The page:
Ed's work in this case is more of the same. Research for hire to reach a conclusion that supports the myth. Thanks again, Ed.
That's a nice conspiracy theory, but it doesn't fit with the timeline, nor with the fact that Ed expressed suspicions about Armstrong when he first presented the data.
 

the big ring

BANNED
Jul 28, 2009
2,135
0
0
acoggan said:
:confused:

You must be awfully naive to believe that Coyle's career is built on that one paper.

Here's a hint: his h index is 51.
ie all those papers relying on / refering to dodgy data (sand). I mean if the data is suspect as Ed himself seems to think - dunno if I'd be basing my research on it. If that was my cup of tea. Like string theory and what not. Flavour of the month and all that.

I'll go check out those studies you listed, but not sure whether I can get access to them.
 
Mar 18, 2009
2,553
0
0
the big ring said:
So in 6 weeks training GE rose 1 percentage point?
Correct...which if you understand how things work, accounts for about as much (more in this study, since VO2max didn't change) of the improvement in aerobic performance ability as changes in VO2max and LT.

the big ring said:
And Armstrong - the guy who was winning a world championship and a Tour de France and training 3-6 hours every day and had "below average" efficiency to start with went from 21.18 to 21.61 in 2 months. Huh. And he's a pro vs "trained".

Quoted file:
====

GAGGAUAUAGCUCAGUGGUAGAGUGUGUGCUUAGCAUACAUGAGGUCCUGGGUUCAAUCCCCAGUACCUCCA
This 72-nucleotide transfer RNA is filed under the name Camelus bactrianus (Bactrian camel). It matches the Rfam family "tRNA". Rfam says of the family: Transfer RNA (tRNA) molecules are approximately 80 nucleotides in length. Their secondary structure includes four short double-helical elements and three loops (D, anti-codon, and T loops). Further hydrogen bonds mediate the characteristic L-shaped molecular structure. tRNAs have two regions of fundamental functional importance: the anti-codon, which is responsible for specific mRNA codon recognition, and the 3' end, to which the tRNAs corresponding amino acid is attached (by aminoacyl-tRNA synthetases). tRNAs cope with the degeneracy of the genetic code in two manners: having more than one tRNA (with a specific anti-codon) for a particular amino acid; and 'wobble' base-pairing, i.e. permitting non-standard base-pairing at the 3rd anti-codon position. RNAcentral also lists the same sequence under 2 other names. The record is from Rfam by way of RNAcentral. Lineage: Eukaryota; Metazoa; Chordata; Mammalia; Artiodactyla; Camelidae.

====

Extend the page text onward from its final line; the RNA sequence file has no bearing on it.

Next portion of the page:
Well that would make sense, now wouldn't it? That is, the more you are training/the closer you are to your limits, the more difficult it is to achieve further improvements.

the big ring said:
What was the initial average GE for experiment 2? Abstract doesn't say.
As I said, ~19.6% (averaged across all power outputs tested).

the big ring said:
What I find curious is the paper seems to imply the more your GE improves, the more likely you are to have a poor VO2 max.
That's been reported before, but only in cross-sectional studies, where selection might explain the relationship.

the big ring said:
And Lance's improved lots (allegedly).
:confused:

The subjects in this study improved their efficiency by ~5% (in a relative sense) over the course of a season.

Armstrong's efficiency increased by ~8% over 7 y.

the big ring said:
So crap VO2 max?
Correlation does not prove causation (and in fact, the subjects in the longitudinal component of this recent study showed an improvement in efficiency despite no change in VO2max.

the big ring said:
It also seems to be saying what the SIS guys have been saying - that we don't expect GE to be high with high VO2 max ie they are inversely correlated.
Some aspects fit, but others do not (see above).
 

the big ring

BANNED
Jul 28, 2009
2,135